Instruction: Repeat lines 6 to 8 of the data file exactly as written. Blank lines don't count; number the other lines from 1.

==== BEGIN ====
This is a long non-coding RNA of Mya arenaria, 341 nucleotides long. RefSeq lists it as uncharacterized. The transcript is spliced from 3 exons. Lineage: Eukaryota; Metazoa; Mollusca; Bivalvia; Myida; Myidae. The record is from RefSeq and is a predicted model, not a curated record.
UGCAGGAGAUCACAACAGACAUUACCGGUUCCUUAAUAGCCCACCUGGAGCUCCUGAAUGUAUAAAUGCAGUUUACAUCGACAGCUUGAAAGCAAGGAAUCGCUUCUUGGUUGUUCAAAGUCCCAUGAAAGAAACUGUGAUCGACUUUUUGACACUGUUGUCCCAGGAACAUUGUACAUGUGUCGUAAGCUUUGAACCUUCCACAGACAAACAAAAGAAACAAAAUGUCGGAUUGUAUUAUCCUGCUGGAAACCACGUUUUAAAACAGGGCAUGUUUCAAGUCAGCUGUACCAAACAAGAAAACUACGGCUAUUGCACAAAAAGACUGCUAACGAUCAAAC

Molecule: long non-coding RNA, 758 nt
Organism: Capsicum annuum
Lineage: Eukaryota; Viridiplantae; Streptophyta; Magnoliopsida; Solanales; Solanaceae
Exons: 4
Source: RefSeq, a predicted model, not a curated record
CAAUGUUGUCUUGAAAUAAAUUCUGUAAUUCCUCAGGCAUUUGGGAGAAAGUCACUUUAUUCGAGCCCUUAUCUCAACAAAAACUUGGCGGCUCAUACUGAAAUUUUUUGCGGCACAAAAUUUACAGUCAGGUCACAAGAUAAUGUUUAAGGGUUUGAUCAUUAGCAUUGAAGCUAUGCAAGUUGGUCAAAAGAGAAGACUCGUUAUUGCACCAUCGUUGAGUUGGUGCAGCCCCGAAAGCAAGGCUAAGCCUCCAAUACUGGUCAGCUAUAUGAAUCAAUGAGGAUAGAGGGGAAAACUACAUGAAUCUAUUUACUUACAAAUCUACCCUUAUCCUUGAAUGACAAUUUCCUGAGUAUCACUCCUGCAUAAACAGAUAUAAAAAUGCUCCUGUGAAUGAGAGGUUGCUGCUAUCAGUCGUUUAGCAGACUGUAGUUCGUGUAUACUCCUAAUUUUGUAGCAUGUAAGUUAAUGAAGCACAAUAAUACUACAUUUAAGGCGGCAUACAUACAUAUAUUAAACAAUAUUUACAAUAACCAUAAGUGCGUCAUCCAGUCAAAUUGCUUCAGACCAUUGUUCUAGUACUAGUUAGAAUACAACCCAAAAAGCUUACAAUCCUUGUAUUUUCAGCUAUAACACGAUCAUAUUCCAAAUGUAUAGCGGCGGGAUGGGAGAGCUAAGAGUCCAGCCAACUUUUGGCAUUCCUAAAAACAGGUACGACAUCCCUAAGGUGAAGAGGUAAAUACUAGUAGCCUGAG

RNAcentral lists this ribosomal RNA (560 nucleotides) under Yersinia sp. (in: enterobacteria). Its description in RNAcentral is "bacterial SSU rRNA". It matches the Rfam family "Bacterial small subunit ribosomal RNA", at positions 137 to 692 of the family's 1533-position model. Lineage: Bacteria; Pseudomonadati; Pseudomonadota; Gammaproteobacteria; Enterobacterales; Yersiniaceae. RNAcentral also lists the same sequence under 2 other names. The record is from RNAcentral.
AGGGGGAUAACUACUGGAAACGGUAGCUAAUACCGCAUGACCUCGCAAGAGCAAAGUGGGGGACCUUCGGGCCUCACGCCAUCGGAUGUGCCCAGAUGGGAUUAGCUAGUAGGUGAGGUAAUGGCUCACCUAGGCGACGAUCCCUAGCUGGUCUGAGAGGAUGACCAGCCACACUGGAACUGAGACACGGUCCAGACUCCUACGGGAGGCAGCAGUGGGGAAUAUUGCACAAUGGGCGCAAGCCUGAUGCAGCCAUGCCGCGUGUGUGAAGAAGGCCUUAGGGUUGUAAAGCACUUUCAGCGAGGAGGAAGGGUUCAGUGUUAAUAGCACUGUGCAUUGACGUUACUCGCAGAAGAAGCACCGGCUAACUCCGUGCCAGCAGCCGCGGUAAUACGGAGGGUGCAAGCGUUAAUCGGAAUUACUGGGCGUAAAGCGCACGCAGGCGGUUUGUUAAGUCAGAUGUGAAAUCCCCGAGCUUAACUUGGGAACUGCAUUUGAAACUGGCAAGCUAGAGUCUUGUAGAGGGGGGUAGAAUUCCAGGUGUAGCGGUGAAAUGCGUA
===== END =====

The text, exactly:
Exons: 4
Source: RefSeq, a predicted model, not a curated record
CAAUGUUGUCUUGAAAUAAAUUCUGUAAUUCCUCAGGCAUUUGGGAGAAAGUCACUUUAUUCGAGCCCUUAUCUCAACAAAAACUUGGCGGCUCAUACUGAAAUUUUUUGCGGCACAAAAUUUACAGUCAGGUCACAAGAUAAUGUUUAAGGGUUUGAUCAUUAGCAUUGAAGCUAUGCAAGUUGGUCAAAAGAGAAGACUCGUUAUUGCACCAUCGUUGAGUUGGUGCAGCCCCGAAAGCAAGGCUAAGCCUCCAAUACUGGUCAGCUAUAUGAAUCAAUGAGGAUAGAGGGGAAAACUACAUGAAUCUAUUUACUUACAAAUCUACCCUUAUCCUUGAAUGACAAUUUCCUGAGUAUCACUCCUGCAUAAACAGAUAUAAAAAUGCUCCUGUGAAUGAGAGGUUGCUGCUAUCAGUCGUUUAGCAGACUGUAGUUCGUGUAUACUCCUAAUUUUGUAGCAUGUAAGUUAAUGAAGCACAAUAAUACUACAUUUAAGGCGGCAUACAUACAUAUAUUAAACAAUAUUUACAAUAACCAUAAGUGCGUCAUCCAGUCAAAUUGCUUCAGACCAUUGUUCUAGUACUAGUUAGAAUACAACCCAAAAAGCUUACAAUCCUUGUAUUUUCAGCUAUAACACGAUCAUAUUCCAAAUGUAUAGCGGCGGGAUGGGAGAGCUAAGAGUCCAGCCAACUUUUGGCAUUCCUAAAAACAGGUACGACAUCCCUAAGGUGAAGAGGUAAAUACUAGUAGCCUGAG